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  1. Colleen Collier Colleen Collier

    A big thank you goes to Gavin for the article stated above. I must have looked at that photograph a thousand times in the past 10 years and have asked myself every time, "I wonder if any one knows who that boy is." A very sad ending to the man, but at least he is known, been properly remembered and what a great feeling I have inside! Finally there is a name to the face that has been staring at me for so long. Thank you. Colleen

  2. Randy Bryan Bigham Randy Bryan Bigham

    I was much moved by this article as well. Just to know the name of this poor boy who so innocently became a part of history was a joy. I was sorry to learn of his terrible death but comforted to know he left the world a hero. The emotional image of this young man's bewildered face in a crowd, caught unwittingly (and forever suspended) in the vortex of time, is perhaps the most unforgettable in the visual landscape of Titanic as a media event. No photographs capture those moments of initial public shock in the unfolding drama ashore than those of this little boy standing in the street with his papers bearing the awful news. Thanks to Gavin Murphy for sharing this very affecting story. (Message edited by rbigham on March 29, 2002)

  3. Ashley Regan Ashley Regan

    Ditto Gavin! That was a very rich piece of research that yielded a trully fabulous result. It is sad to see how his life ended. Your paper makes this link nicely between Titanic's tragic loss and this boy's tragic loss in the war. The British PM said when the war started:"the lights were going out all over europe and we won't see them lighted again" (loose quotation). I think the Titanic was the first of those lights that went out and ended an age that was quite wonderful. Your paper has inspired me to research one myself on a Titanic topic that seems to still be uncovered (I hope so anyway teehee!). Thanks Ashley

  4. Erik Wood Erik Wood

    Gavin, This was a great article. It was so moving to hear of the mans later service and unfortunate to hear of his death at such any early stage. This was not only a good read but you did some great research. Thanks for sharing this story, Erik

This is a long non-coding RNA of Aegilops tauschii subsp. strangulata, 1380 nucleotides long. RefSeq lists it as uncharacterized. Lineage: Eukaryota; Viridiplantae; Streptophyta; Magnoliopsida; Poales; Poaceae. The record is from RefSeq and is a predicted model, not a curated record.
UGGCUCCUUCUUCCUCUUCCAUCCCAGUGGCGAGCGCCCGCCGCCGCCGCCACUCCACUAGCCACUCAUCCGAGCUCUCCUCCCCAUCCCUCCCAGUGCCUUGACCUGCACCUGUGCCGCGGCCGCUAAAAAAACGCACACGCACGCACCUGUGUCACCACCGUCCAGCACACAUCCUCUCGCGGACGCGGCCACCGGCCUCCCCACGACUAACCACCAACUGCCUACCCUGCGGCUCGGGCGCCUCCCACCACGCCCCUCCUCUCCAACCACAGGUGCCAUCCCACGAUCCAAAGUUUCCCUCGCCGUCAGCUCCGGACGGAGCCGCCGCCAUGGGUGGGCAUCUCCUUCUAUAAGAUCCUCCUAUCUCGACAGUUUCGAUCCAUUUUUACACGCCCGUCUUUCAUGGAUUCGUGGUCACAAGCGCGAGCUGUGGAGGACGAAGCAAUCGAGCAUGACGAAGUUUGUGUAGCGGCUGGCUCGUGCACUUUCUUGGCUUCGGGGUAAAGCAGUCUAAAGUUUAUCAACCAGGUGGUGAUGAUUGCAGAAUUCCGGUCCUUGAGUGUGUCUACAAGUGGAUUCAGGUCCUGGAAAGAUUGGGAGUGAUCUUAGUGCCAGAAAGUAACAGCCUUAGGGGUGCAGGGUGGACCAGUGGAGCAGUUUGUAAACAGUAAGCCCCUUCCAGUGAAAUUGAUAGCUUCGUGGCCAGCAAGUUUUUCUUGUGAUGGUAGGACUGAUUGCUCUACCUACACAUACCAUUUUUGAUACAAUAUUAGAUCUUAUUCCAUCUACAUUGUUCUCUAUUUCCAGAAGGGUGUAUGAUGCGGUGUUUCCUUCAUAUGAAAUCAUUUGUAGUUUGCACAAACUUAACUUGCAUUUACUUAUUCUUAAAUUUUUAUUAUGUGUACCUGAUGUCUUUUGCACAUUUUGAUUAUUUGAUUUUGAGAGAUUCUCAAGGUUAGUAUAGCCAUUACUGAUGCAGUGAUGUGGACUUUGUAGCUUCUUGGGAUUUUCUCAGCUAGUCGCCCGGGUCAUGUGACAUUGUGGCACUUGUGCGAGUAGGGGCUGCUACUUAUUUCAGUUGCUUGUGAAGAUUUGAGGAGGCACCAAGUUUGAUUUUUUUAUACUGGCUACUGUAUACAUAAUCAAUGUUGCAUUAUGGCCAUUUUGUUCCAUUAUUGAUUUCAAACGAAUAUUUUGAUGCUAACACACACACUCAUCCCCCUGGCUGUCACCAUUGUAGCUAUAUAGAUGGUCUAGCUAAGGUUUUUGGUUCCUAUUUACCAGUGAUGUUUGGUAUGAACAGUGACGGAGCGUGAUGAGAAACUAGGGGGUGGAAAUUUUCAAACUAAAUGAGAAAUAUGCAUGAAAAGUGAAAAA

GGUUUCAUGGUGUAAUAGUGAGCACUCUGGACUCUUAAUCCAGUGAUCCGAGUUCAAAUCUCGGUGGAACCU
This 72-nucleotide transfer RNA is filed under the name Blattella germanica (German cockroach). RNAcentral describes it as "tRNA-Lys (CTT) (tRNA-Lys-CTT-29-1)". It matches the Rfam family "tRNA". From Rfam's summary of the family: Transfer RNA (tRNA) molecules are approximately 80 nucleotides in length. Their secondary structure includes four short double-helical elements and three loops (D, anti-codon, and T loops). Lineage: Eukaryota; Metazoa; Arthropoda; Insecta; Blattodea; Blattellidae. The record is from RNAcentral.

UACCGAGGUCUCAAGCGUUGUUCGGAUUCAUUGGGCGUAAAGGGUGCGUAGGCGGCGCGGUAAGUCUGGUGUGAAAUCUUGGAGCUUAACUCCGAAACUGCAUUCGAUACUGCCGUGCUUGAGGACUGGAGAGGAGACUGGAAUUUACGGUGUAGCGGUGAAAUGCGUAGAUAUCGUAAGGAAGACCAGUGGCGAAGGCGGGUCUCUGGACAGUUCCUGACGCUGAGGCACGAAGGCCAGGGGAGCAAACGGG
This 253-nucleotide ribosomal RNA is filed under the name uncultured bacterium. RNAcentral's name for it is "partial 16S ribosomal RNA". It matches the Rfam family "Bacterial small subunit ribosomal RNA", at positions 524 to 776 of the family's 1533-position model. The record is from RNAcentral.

5. Maureen Zottoli

    Gavin, Your articles on Titanic are always a treat and this one was simply an unexpected pleasure. I guess we become accustomed to futher research into crew, a passenger or aspects of the ship. But whatever became of the boy in the picture...we all take time to think it each time we see him, but none of us thought to take the time to check it out. What of others whose faces we have seen and are etched in our brains? Thank you so much Gavin as I know you have been probably busier than me and yet you write. You are truly great! Maureen.

  6. Addison Hart Addison Hart

    Excellent article. Just got done reading it myself. There is nothing much that I could say that everyone else has not already covered. Thanks, Gavin. God bless, Addison

  7. Gavin Murphy Gavin Murphy

    Thank you one and all for these kind comments. Ashley, it was actually Foreign Sec. Edward Grey who made this famous comment and not the PM. G

  8. Lynda Franklin Lynda Franklin

    My post is a little late but I have seen the photo a thousand times but never knew his name or what happened to him .Well done research .

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Encyclopedia Titanica (2003) The Boy in the Picture (Titanica!, ref: #1506, published 28 August 2003, generated 27th March 2023 01:25:10 AM); URL : https://www.encyclopedia-titanica.org/newspaper-boy-titanic-ned-parfett.html